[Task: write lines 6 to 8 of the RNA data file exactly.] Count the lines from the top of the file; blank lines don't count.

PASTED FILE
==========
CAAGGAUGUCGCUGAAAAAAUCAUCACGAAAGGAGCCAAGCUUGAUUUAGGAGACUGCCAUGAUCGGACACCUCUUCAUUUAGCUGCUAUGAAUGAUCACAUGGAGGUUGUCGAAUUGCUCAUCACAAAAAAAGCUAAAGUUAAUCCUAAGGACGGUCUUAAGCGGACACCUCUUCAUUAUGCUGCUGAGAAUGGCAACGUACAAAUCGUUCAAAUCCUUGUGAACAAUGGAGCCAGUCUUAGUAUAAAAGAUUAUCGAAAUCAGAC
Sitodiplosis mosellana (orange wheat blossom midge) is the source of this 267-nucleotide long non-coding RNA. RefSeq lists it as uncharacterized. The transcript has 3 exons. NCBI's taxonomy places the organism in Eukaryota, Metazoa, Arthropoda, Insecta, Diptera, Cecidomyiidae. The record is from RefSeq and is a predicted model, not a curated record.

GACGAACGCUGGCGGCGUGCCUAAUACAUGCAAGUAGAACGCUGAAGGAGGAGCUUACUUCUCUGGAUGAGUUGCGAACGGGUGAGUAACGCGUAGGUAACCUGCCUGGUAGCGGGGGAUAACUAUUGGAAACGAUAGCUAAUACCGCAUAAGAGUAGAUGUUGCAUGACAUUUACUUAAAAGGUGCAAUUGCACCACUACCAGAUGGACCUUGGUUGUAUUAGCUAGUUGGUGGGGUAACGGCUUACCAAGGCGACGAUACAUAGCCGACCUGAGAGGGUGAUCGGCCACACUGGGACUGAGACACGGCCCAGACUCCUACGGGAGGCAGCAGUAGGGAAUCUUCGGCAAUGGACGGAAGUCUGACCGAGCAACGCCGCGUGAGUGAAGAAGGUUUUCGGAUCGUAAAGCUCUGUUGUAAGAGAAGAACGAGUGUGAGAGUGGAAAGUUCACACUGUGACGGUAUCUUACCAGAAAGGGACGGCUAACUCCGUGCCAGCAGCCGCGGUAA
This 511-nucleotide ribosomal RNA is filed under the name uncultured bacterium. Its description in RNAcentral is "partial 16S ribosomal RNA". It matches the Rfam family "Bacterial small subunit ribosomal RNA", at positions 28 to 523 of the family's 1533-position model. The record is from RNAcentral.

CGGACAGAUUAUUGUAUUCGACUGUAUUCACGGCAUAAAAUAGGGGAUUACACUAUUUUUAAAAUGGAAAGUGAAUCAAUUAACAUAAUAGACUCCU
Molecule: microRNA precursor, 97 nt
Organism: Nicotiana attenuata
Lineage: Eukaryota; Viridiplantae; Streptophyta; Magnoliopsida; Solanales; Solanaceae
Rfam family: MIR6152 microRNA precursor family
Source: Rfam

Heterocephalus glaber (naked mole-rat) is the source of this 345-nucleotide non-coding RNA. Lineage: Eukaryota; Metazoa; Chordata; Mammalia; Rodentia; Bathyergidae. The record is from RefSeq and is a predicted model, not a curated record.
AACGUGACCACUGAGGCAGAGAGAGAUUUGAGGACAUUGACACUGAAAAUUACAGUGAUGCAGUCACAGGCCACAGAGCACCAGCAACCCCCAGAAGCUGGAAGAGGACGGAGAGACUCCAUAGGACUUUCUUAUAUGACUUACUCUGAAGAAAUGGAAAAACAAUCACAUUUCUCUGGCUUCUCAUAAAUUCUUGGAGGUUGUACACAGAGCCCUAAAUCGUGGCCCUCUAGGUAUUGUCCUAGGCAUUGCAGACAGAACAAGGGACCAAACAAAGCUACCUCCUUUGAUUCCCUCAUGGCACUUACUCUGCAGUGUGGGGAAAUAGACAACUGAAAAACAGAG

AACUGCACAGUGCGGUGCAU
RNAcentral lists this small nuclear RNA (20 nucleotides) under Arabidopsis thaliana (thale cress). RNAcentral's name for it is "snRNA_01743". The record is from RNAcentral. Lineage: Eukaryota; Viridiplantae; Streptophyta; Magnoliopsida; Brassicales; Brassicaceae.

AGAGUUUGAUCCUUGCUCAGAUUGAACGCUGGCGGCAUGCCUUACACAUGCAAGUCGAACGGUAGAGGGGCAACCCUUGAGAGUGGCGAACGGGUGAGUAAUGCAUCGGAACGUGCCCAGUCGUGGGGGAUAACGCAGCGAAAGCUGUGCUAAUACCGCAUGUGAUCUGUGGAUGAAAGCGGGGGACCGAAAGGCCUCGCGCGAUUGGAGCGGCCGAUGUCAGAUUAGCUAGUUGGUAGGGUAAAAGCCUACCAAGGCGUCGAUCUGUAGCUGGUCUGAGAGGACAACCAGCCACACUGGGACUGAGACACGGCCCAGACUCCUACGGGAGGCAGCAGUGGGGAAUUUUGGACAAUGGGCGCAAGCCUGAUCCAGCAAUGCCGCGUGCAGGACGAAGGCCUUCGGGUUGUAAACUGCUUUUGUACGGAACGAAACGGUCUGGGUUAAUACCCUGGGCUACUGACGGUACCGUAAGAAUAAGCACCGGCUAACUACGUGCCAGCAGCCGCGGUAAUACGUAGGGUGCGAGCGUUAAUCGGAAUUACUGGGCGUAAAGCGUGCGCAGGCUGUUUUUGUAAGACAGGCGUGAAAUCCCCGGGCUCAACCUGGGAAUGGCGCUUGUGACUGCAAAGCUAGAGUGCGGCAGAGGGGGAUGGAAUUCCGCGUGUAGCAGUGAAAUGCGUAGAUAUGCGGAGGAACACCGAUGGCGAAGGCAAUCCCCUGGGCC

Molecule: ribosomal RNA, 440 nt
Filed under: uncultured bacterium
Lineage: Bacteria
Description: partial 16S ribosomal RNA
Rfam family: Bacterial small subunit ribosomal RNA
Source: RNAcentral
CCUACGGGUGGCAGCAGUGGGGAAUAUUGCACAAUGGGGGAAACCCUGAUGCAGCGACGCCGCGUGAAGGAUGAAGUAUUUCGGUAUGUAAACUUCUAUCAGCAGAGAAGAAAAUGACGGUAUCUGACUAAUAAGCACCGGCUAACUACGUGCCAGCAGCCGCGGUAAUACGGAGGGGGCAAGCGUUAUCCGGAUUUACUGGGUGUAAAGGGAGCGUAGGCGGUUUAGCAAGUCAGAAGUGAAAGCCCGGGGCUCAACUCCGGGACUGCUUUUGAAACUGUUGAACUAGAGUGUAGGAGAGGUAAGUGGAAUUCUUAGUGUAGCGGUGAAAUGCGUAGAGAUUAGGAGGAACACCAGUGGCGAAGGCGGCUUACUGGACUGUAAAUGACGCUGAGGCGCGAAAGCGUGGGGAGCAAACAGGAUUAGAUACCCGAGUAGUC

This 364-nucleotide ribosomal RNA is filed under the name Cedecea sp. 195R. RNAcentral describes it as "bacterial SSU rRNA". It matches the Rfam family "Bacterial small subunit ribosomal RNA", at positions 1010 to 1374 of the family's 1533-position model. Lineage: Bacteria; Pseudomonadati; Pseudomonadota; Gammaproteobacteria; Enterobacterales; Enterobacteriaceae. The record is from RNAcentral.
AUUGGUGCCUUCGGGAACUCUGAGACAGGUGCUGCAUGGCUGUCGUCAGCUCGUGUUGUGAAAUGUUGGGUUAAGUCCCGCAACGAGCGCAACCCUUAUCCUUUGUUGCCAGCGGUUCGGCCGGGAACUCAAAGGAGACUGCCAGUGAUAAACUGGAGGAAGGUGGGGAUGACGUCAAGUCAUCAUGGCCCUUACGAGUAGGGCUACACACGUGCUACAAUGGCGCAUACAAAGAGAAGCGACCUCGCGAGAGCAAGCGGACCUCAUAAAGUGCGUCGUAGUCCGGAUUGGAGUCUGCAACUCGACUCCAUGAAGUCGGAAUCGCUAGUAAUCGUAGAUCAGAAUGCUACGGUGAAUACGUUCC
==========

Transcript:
Molecule: microRNA precursor, 97 nt
Organism: Nicotiana attenuata
Lineage: Eukaryota; Viridiplantae; Streptophyta; Magnoliopsida; Solanales; Solanaceae